“Blume is the only brand that is approaching the gen Z consumers’ needs in this cohesive way across both commerce and content, and we believe they will develop the next generation of confident, tenacious and conscious women,” says Suzanne Norris, partner at Victress Capital. “We strongly support Blume’s mission, and we are honored to partner with their team.”
“There are the big brands from P&G and Kimberly-Clark, but their voice and branding is stale and outdated. They’re not what girls relate to. I’m 27, and I don’t relate to those companies. We zero in on our consumer, are there for her, and meet her where she is.”
Blume is an outgrowth of Ellebox, a monthly subscription service the Ghatrora sisters launched in 2016 delivering organic feminine-care items and sundries from third-party vendors. Last June, Ellebox became Blume, and introduced branded beauty products, pads and tampons. Its beauty lineup includes $26 acne treatment Meltdown, $14 face wash Daydreamer, $12 aluminum-free deodorant Hug Me and $18 cramp-relief oil Cloud Nine. Blume’s organic tampons and pads are priced at $11 for a pack of 16. A build-a-box option on the brand’s site brings an element of Ellebox’s business model to Blume.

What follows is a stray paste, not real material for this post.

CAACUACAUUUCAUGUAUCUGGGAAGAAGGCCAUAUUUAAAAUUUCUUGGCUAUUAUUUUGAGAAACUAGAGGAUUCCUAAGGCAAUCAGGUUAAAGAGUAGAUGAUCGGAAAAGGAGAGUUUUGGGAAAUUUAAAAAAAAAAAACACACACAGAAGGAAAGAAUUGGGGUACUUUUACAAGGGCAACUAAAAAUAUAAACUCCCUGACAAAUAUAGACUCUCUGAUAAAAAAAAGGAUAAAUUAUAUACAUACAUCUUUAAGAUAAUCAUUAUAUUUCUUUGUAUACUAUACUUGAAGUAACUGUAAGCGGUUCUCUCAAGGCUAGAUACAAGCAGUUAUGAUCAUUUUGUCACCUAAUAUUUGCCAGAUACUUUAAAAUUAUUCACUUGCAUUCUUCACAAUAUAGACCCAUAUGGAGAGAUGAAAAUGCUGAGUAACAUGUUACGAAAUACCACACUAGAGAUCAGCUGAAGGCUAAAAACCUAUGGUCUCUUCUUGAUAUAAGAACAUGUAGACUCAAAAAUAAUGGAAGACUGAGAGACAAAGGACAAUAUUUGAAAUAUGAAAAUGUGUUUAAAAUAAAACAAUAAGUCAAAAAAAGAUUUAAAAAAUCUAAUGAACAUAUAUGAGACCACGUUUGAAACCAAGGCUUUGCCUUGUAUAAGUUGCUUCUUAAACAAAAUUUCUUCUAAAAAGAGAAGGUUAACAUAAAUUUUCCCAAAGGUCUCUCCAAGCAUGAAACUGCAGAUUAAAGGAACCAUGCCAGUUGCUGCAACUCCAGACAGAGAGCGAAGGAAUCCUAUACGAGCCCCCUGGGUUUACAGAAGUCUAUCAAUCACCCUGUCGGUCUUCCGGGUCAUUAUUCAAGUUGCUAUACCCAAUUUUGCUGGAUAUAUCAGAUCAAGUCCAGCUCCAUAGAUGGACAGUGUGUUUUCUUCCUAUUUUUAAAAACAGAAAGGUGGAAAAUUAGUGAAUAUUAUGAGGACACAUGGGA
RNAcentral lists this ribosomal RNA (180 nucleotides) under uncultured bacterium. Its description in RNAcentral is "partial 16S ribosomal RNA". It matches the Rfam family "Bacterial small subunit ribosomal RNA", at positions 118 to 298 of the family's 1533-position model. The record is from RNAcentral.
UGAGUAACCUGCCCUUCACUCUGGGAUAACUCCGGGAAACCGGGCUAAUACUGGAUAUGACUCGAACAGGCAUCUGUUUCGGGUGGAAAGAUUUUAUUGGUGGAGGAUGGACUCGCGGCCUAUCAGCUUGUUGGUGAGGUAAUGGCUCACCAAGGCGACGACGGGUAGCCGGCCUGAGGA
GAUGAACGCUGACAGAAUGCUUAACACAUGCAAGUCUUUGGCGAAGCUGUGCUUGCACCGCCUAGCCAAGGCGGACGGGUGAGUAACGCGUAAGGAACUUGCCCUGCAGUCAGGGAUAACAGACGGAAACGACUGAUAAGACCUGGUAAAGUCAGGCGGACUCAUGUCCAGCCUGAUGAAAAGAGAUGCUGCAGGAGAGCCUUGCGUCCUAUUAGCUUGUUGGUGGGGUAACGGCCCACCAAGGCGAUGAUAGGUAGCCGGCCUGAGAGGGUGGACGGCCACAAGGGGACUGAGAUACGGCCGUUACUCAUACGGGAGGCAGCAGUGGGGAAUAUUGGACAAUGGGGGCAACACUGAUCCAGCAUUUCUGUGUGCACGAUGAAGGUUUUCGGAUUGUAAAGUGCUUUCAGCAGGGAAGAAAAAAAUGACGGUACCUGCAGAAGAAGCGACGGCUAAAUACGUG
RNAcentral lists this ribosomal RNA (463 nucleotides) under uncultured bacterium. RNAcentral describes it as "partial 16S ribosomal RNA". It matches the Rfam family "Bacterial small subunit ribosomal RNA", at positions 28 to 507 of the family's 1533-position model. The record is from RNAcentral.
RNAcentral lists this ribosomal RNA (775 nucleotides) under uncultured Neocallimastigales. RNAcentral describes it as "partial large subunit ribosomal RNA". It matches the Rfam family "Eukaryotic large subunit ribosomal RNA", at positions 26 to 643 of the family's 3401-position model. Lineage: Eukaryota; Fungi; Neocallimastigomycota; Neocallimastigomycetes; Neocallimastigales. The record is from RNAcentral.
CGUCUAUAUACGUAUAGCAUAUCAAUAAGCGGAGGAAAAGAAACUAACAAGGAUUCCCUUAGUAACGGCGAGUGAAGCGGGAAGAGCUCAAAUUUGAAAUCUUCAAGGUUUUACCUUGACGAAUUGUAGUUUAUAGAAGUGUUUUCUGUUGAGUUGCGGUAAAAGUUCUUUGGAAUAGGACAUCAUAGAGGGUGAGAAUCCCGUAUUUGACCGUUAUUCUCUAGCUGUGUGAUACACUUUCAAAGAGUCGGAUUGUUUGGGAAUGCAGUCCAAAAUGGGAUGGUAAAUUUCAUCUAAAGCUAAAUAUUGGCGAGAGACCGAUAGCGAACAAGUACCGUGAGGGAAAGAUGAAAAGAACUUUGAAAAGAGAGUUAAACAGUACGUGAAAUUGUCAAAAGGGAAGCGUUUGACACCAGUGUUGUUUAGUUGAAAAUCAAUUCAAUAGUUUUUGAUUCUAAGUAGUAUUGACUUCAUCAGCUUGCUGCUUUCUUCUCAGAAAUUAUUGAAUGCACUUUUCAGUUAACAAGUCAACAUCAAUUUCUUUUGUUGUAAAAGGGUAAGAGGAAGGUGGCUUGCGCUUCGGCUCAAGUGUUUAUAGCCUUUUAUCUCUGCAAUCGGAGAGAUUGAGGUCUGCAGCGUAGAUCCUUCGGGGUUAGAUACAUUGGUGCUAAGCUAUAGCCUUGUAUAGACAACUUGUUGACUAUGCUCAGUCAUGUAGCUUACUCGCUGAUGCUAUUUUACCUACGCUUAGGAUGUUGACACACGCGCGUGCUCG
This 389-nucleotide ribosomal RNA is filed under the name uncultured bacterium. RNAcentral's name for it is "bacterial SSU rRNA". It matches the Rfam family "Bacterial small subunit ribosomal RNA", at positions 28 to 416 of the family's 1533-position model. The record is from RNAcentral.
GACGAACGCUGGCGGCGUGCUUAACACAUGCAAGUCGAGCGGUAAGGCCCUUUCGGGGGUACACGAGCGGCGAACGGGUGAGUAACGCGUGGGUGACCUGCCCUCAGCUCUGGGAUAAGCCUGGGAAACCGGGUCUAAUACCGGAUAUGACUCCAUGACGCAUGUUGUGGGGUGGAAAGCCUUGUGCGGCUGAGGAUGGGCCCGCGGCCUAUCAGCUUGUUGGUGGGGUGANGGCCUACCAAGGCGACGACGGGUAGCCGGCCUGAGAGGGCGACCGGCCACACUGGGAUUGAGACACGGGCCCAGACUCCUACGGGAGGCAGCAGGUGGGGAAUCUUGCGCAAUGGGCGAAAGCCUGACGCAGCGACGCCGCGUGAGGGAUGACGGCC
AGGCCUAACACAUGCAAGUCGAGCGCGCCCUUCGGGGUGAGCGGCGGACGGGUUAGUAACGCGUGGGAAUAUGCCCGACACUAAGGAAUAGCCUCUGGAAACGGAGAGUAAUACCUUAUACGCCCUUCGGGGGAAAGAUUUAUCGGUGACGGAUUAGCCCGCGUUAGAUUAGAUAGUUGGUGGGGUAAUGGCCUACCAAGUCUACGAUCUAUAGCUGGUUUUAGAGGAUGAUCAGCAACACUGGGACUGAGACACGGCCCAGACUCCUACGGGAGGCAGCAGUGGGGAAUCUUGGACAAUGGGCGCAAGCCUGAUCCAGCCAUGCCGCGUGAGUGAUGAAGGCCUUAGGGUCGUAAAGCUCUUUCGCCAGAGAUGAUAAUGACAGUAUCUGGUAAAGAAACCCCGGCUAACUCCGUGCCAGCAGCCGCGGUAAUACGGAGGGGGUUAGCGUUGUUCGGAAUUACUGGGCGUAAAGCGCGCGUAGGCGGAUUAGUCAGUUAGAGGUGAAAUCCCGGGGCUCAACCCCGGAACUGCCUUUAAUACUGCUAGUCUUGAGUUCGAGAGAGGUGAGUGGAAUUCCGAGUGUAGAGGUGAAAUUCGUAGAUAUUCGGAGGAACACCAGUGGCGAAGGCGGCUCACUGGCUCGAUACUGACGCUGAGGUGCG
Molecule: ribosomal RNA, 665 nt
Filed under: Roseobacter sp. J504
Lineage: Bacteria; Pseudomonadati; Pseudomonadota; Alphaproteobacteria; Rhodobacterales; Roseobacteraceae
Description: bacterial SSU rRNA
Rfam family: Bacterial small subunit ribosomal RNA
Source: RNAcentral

Since its debut, Blume has averaged 45% month-over-month sales jumps. When it was Ellebox, seed accelerator 500 Startups backed it with roughly $100,000. The company harnessed $250,000 from angel investors to support its conversion to Blume. “That $250,000 got us to $2 million run rate within under a year,” says Ghatrora. Blume began and ended fundraising for its latest round in February.
While its fundraising process was short, Ghatrora says the foundation for the round was laid during an extended period. Prior to its fundraising efforts, Blume had been communicating with potential investors as mentors and advisors rather than simply money machines. “They got to see we are in it for the long haul and what kind of people we are,” says Ghatrora. “It’s a really small world. People all know each other. So, if you have been working really hard over time, you will be recognized, but it’s not easy.”